Summary Statement for Dr. Donald Abrams' "Smoked Marijuana for HIV-Associated Anorexia and Wasting" Protocol


August 22, 1996

Abrams, Donald I, MD
Community Consort ium
3180 18th Street, Suite 201
San Francisco, Ca 94110

Our Reference: 1R01AI40866-01                               ARRB

The scientific merit review of your application, referenced above, is complete. As part of this initial review, reviewers were asked to provide written evaluations of each application and to identify those with the highest scientific merit, generally the top half of applications they customarily review, for discussion at the meeting and assignment of a priority score. Your application did not receive a score. Unscored applications are neither routinely reviewed at a second level by a national advisory council or board nor considered for funding.

Enclosed is your summary statement containing the reviewers' comments. You should call the program official listed below to discuss your options and obtain advice.

                                           Lawrence R. Deyton, M.d.
                                           Niaid Extramural Activities
                                           (301) 496-0700

If you choose to resubmit, it is important to respond specifically to comments in the summary statement, as outlined in the instructions in the application kit (PHS 398, Rev. 5/95).


cc: Business or institutional official of applicant organization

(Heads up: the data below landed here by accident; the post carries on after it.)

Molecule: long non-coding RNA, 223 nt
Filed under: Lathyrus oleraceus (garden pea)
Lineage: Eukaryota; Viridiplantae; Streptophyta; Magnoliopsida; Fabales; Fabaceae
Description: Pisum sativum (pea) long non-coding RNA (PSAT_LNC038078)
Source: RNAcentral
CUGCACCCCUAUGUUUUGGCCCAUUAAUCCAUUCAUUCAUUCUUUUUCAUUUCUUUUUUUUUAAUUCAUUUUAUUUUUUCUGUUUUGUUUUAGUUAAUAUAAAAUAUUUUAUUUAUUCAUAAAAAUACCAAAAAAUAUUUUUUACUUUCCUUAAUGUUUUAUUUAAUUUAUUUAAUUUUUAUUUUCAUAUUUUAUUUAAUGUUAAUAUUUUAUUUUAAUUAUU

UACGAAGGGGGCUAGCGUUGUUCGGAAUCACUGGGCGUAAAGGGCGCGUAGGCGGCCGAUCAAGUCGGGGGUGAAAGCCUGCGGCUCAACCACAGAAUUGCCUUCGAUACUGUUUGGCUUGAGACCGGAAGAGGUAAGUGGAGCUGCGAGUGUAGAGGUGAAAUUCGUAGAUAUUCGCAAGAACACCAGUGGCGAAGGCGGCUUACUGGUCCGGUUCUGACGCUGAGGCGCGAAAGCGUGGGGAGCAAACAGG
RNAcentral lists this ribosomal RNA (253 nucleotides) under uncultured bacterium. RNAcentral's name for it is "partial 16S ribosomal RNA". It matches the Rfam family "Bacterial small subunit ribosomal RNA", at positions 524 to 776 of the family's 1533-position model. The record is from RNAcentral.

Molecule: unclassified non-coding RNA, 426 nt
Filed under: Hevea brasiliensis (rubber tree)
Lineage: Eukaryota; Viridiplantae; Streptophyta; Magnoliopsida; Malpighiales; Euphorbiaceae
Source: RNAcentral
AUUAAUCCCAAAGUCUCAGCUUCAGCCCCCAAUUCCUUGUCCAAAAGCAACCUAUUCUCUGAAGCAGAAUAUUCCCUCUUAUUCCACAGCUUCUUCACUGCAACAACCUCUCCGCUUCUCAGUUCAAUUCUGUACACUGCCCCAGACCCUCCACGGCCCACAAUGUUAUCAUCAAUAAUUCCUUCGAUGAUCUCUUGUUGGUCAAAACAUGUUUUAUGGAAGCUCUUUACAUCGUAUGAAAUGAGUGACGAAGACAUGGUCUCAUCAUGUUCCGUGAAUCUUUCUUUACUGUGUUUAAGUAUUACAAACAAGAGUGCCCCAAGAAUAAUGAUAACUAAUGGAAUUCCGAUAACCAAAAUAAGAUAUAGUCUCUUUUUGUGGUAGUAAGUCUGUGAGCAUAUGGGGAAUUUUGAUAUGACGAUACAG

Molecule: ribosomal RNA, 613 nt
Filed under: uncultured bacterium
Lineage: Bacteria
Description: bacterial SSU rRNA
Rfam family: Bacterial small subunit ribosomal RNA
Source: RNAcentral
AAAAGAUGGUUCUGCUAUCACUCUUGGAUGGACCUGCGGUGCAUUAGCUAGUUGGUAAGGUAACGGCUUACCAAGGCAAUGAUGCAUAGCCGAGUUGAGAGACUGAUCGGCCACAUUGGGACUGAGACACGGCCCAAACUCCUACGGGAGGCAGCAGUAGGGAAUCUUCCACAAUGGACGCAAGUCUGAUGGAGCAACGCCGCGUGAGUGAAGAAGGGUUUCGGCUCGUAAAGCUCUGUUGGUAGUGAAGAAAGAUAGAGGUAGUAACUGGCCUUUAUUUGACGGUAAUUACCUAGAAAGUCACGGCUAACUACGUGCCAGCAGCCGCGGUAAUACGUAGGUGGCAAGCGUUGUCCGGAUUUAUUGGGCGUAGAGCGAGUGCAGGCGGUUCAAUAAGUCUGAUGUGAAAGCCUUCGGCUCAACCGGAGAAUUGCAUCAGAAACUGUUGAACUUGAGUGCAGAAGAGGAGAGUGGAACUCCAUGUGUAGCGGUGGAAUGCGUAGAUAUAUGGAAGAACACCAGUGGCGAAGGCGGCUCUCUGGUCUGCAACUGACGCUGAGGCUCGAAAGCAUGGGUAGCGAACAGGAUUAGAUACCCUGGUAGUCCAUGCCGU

(301) 496-0700                   (Privileged Communication)
ld4i@nih. gov

                                   Application Number: 1 R01 AI40866-01
              DUAL PROGRAM CLASS CODE: CA/JHK             DUAL: DA

Meeting Dates:  IRG: JUNE 1996    COUNCIL: SEPT/OCT 1996       17  VA
                                       Requested Start Date: 12/01/96

          ABRAMS, DONALD I, MD
          3180 18TH STREET, SUITE 201
          SAN FRANCISCO, CA 94110


IRG Action:      **


     PROJECT                            DIRECT COSTS
      YEAR                               REQUESTED
        O1                                244,762
      TOTAL                               244,762

NOTICE: The NIH has modified its policy regarding the receipt of amended applications. Detailed information can be found by accessing the following URL address.

**NOTE TO APPLICANT: As part of the initial scientific merit review process, reviewers were asked to identify those applications with the highest scientific merit, generally the top half of applications that they customarily review. At the study section meeting, those applications were discussed and assigned a priority score. All other applications, including this application, did not receive a score. Provided below is a compilation of reviewers' comments prepared prior to the meeting, without significant modification or editing by NIH staff.

CRITIQUE #1: Specific Aims. The primary objectives are noted as "to evaluate the safety and efficacy" of smoked marijuana. Though relatively reliable evidence of toxic reactions to marijuana exists, emphasis is placed on increased calorie consumption as the primary dependent variable. The arguably more important outcomes concerning toxic reactions are not emphasized, even though noted as specific aims. The rational basis, in light of costs, for the many secondary aims, such as endocrine function and changes in HIV RNA, seem weak. Changes in body composition, though closely related to the primary specific aims, are listed as secondary outcomes. Overall, the basis for each aim in relation to likely incr. eased knowledge and costs is poorly presented.

Background. The literature review is reasonable. It provides a somewhat more complete overview of possible toxic reactions from smoking marijuana. It does not provide a convincing argument for or against the use of marijuana as a treatment for HIV. Given the political and medical concerns for such treatment, a more complete description of the direction of the planned trial is important.